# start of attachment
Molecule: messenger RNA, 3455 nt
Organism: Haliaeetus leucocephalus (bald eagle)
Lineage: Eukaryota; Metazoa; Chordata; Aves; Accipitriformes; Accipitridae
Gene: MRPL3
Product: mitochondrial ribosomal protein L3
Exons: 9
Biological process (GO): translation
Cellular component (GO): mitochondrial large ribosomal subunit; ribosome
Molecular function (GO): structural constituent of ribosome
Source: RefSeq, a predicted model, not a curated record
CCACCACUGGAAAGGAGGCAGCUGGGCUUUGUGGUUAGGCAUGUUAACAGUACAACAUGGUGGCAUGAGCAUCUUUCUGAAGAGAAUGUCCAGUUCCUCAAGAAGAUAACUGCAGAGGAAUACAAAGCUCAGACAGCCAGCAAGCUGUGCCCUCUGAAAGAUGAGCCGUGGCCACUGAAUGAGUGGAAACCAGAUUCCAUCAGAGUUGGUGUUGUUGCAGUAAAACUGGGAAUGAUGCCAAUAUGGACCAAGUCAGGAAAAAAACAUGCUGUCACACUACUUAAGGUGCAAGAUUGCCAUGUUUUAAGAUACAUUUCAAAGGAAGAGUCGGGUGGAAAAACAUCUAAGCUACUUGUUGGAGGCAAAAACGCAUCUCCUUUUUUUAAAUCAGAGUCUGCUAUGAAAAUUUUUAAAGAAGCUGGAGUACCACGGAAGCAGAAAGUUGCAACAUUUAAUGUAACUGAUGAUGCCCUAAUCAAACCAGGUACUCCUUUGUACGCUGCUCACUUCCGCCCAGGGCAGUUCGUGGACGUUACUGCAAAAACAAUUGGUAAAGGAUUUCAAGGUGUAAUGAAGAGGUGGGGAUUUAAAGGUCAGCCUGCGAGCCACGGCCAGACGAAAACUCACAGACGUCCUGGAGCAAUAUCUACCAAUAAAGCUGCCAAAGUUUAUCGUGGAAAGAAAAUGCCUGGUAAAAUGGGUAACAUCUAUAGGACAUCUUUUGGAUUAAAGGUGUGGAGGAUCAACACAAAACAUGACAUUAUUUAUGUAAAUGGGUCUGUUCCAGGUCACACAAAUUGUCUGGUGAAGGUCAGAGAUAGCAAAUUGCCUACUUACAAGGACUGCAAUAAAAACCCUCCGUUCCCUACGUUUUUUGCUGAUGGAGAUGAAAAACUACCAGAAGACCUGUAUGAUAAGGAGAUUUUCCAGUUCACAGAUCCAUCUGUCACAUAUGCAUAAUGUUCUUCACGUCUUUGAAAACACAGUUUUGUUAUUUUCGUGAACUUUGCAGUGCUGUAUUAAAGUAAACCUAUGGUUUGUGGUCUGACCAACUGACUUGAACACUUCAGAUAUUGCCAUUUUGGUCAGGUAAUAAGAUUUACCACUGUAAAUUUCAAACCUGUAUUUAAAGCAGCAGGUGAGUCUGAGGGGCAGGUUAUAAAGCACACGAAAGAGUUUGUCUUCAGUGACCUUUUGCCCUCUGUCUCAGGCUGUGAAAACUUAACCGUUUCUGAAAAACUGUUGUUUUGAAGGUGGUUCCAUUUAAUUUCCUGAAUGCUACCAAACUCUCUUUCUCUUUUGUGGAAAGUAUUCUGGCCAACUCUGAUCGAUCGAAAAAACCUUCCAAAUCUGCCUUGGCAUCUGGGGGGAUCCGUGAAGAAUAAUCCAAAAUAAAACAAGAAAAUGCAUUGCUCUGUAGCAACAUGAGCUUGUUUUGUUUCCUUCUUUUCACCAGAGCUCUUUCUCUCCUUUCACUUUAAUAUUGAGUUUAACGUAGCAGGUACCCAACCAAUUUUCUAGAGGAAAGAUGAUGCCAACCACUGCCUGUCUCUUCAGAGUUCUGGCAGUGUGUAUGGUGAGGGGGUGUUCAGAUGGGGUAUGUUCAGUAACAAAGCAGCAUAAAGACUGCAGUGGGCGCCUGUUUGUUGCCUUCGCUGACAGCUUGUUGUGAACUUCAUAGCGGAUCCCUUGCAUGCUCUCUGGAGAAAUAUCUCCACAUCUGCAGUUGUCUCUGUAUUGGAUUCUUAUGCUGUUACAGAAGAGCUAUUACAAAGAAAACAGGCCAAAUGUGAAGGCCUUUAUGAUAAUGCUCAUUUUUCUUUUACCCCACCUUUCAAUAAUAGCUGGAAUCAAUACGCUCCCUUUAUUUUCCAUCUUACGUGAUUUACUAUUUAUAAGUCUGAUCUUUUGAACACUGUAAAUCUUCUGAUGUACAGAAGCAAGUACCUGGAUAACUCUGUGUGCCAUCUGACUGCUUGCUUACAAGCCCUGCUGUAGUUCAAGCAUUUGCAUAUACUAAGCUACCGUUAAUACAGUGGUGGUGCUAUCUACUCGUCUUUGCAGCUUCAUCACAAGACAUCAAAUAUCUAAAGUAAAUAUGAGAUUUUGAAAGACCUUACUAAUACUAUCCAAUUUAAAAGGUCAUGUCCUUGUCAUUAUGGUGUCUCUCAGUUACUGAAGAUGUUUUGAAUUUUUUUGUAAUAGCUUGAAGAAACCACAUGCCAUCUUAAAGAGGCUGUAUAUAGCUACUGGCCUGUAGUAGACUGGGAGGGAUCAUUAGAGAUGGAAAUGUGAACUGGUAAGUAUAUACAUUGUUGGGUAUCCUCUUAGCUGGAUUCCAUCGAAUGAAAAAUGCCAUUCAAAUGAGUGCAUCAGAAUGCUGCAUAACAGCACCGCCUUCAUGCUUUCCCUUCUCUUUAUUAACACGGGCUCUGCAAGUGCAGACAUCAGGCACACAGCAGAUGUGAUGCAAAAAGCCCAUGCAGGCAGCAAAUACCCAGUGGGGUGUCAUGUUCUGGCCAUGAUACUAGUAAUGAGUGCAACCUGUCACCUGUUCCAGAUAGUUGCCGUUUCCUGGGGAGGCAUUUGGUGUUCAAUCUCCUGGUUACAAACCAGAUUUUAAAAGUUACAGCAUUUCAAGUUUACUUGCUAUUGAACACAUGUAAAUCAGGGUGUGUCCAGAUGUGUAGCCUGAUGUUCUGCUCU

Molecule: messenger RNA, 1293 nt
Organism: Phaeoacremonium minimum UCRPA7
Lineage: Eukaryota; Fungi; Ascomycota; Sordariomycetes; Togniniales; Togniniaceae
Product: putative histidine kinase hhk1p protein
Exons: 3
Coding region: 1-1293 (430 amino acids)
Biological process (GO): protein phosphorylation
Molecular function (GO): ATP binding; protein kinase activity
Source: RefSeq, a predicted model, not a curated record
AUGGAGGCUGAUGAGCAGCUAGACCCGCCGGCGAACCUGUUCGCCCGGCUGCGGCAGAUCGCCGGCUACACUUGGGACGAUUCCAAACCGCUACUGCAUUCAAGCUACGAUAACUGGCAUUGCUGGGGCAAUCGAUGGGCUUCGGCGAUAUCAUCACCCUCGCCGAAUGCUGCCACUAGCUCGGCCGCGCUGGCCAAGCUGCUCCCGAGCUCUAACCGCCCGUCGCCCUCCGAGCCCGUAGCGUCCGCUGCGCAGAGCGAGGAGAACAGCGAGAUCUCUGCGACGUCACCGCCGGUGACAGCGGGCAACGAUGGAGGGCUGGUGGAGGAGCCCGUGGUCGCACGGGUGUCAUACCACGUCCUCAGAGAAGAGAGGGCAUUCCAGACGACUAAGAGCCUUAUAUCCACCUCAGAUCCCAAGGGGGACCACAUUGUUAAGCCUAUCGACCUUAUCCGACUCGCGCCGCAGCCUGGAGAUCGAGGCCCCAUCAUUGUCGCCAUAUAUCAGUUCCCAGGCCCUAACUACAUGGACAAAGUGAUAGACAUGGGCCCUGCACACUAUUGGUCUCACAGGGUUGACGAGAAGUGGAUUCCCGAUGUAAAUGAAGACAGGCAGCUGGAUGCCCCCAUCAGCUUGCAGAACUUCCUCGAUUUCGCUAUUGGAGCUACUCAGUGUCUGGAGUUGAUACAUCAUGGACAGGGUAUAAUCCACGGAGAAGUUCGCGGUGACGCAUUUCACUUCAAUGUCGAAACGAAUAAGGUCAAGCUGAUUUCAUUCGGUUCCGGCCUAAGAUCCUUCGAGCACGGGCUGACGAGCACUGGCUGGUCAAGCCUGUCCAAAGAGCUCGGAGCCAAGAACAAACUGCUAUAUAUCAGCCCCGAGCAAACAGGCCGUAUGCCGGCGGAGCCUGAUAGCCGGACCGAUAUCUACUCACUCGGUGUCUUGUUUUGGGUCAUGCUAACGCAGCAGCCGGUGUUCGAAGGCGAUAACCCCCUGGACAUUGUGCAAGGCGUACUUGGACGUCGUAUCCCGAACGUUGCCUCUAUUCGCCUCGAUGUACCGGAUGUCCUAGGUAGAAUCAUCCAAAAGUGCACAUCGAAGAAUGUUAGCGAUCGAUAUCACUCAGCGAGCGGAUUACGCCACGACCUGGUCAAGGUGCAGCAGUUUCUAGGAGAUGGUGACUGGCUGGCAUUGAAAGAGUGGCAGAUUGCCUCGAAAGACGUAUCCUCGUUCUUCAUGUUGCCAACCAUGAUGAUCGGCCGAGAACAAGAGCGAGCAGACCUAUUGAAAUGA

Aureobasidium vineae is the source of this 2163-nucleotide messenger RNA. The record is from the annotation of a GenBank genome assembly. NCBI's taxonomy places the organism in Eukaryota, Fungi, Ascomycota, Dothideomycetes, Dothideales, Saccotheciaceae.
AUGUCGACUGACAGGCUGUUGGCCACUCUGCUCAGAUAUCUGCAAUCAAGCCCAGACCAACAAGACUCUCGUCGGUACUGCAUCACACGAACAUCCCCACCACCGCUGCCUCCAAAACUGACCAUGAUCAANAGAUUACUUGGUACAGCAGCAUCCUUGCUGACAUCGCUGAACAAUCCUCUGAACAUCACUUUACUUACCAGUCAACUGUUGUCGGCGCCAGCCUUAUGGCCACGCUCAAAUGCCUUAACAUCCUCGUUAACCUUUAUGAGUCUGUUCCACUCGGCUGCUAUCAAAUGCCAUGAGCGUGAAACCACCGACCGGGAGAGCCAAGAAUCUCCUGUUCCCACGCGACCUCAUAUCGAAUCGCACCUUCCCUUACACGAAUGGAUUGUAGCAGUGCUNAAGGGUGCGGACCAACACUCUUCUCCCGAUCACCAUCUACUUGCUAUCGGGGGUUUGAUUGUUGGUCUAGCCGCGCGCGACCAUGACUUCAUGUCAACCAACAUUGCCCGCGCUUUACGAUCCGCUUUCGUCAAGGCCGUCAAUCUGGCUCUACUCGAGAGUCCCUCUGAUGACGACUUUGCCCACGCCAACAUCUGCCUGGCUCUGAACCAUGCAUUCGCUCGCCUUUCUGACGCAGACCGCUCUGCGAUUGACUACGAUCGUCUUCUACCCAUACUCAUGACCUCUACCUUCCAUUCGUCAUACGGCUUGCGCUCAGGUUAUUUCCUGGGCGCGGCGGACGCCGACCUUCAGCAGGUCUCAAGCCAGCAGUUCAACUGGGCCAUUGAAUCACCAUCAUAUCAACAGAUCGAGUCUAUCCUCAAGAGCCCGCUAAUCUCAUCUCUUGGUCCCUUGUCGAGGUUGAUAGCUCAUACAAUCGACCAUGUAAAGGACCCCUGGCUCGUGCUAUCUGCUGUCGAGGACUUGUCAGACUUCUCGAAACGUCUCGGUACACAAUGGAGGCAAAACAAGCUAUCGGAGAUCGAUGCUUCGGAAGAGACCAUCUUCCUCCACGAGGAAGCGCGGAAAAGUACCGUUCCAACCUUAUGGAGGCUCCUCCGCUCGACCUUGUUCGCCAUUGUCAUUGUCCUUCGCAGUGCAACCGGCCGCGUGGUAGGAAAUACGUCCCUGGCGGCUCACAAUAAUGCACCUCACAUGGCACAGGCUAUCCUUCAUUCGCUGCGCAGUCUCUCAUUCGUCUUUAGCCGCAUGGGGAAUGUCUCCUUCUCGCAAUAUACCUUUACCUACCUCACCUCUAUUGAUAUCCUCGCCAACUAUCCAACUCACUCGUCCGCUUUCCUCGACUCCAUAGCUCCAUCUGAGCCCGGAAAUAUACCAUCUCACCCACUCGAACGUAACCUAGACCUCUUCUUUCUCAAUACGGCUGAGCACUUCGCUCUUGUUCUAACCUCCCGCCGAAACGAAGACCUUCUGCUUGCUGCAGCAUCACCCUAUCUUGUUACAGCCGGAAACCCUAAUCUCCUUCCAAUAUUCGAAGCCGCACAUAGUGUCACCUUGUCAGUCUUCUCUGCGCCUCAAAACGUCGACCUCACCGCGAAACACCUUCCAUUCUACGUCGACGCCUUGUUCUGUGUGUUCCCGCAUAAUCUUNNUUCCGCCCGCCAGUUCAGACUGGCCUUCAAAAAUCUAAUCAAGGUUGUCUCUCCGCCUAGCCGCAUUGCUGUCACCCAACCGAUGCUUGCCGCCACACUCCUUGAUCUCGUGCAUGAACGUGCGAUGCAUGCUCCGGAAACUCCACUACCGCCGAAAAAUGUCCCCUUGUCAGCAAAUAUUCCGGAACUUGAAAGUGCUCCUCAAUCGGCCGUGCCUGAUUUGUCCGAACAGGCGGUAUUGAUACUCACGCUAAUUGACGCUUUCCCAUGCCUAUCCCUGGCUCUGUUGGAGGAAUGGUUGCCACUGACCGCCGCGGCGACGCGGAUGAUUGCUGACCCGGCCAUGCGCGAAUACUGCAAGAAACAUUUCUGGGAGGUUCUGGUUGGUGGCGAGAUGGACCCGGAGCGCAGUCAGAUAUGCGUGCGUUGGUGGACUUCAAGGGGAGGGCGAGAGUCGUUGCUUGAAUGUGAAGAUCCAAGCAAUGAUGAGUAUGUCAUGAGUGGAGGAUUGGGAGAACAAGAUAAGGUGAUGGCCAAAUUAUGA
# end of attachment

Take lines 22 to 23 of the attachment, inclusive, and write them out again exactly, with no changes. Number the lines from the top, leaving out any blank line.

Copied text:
Aureobasidium vineae is the source of this 2163-nucleotide messenger RNA. The record is from the annotation of a GenBank genome assembly. NCBI's taxonomy places the organism in Eukaryota, Fungi, Ascomycota, Dothideomycetes, Dothideales, Saccotheciaceae.
AUGUCGACUGACAGGCUGUUGGCCACUCUGCUCAGAUAUCUGCAAUCAAGCCCAGACCAACAAGACUCUCGUCGGUACUGCAUCACACGAACAUCCCCACCACCGCUGCCUCCAAAACUGACCAUGAUCAANAGAUUACUUGGUACAGCAGCAUCCUUGCUGACAUCGCUGAACAAUCCUCUGAACAUCACUUUACUUACCAGUCAACUGUUGUCGGCGCCAGCCUUAUGGCCACGCUCAAAUGCCUUAACAUCCUCGUUAACCUUUAUGAGUCUGUUCCACUCGGCUGCUAUCAAAUGCCAUGAGCGUGAAACCACCGACCGGGAGAGCCAAGAAUCUCCUGUUCCCACGCGACCUCAUAUCGAAUCGCACCUUCCCUUACACGAAUGGAUUGUAGCAGUGCUNAAGGGUGCGGACCAACACUCUUCUCCCGAUCACCAUCUACUUGCUAUCGGGGGUUUGAUUGUUGGUCUAGCCGCGCGCGACCAUGACUUCAUGUCAACCAACAUUGCCCGCGCUUUACGAUCCGCUUUCGUCAAGGCCGUCAAUCUGGCUCUACUCGAGAGUCCCUCUGAUGACGACUUUGCCCACGCCAACAUCUGCCUGGCUCUGAACCAUGCAUUCGCUCGCCUUUCUGACGCAGACCGCUCUGCGAUUGACUACGAUCGUCUUCUACCCAUACUCAUGACCUCUACCUUCCAUUCGUCAUACGGCUUGCGCUCAGGUUAUUUCCUGGGCGCGGCGGACGCCGACCUUCAGCAGGUCUCAAGCCAGCAGUUCAACUGGGCCAUUGAAUCACCAUCAUAUCAACAGAUCGAGUCUAUCCUCAAGAGCCCGCUAAUCUCAUCUCUUGGUCCCUUGUCGAGGUUGAUAGCUCAUACAAUCGACCAUGUAAAGGACCCCUGGCUCGUGCUAUCUGCUGUCGAGGACUUGUCAGACUUCUCGAAACGUCUCGGUACACAAUGGAGGCAAAACAAGCUAUCGGAGAUCGAUGCUUCGGAAGAGACCAUCUUCCUCCACGAGGAAGCGCGGAAAAGUACCGUUCCAACCUUAUGGAGGCUCCUCCGCUCGACCUUGUUCGCCAUUGUCAUUGUCCUUCGCAGUGCAACCGGCCGCGUGGUAGGAAAUACGUCCCUGGCGGCUCACAAUAAUGCACCUCACAUGGCACAGGCUAUCCUUCAUUCGCUGCGCAGUCUCUCAUUCGUCUUUAGCCGCAUGGGGAAUGUCUCCUUCUCGCAAUAUACCUUUACCUACCUCACCUCUAUUGAUAUCCUCGCCAACUAUCCAACUCACUCGUCCGCUUUCCUCGACUCCAUAGCUCCAUCUGAGCCCGGAAAUAUACCAUCUCACCCACUCGAACGUAACCUAGACCUCUUCUUUCUCAAUACGGCUGAGCACUUCGCUCUUGUUCUAACCUCCCGCCGAAACGAAGACCUUCUGCUUGCUGCAGCAUCACCCUAUCUUGUUACAGCCGGAAACCCUAAUCUCCUUCCAAUAUUCGAAGCCGCACAUAGUGUCACCUUGUCAGUCUUCUCUGCGCCUCAAAACGUCGACCUCACCGCGAAACACCUUCCAUUCUACGUCGACGCCUUGUUCUGUGUGUUCCCGCAUAAUCUUNNUUCCGCCCGCCAGUUCAGACUGGCCUUCAAAAAUCUAAUCAAGGUUGUCUCUCCGCCUAGCCGCAUUGCUGUCACCCAACCGAUGCUUGCCGCCACACUCCUUGAUCUCGUGCAUGAACGUGCGAUGCAUGCUCCGGAAACUCCACUACCGCCGAAAAAUGUCCCCUUGUCAGCAAAUAUUCCGGAACUUGAAAGUGCUCCUCAAUCGGCCGUGCCUGAUUUGUCCGAACAGGCGGUAUUGAUACUCACGCUAAUUGACGCUUUCCCAUGCCUAUCCCUGGCUCUGUUGGAGGAAUGGUUGCCACUGACCGCCGCGGCGACGCGGAUGAUUGCUGACCCGGCCAUGCGCGAAUACUGCAAGAAACAUUUCUGGGAGGUUCUGGUUGGUGGCGAGAUGGACCCGGAGCGCAGUCAGAUAUGCGUGCGUUGGUGGACUUCAAGGGGAGGGCGAGAGUCGUUGCUUGAAUGUGAAGAUCCAAGCAAUGAUGAGUAUGUCAUGAGUGGAGGAUUGGGAGAACAAGAUAAGGUGAUGGCCAAAUUAUGA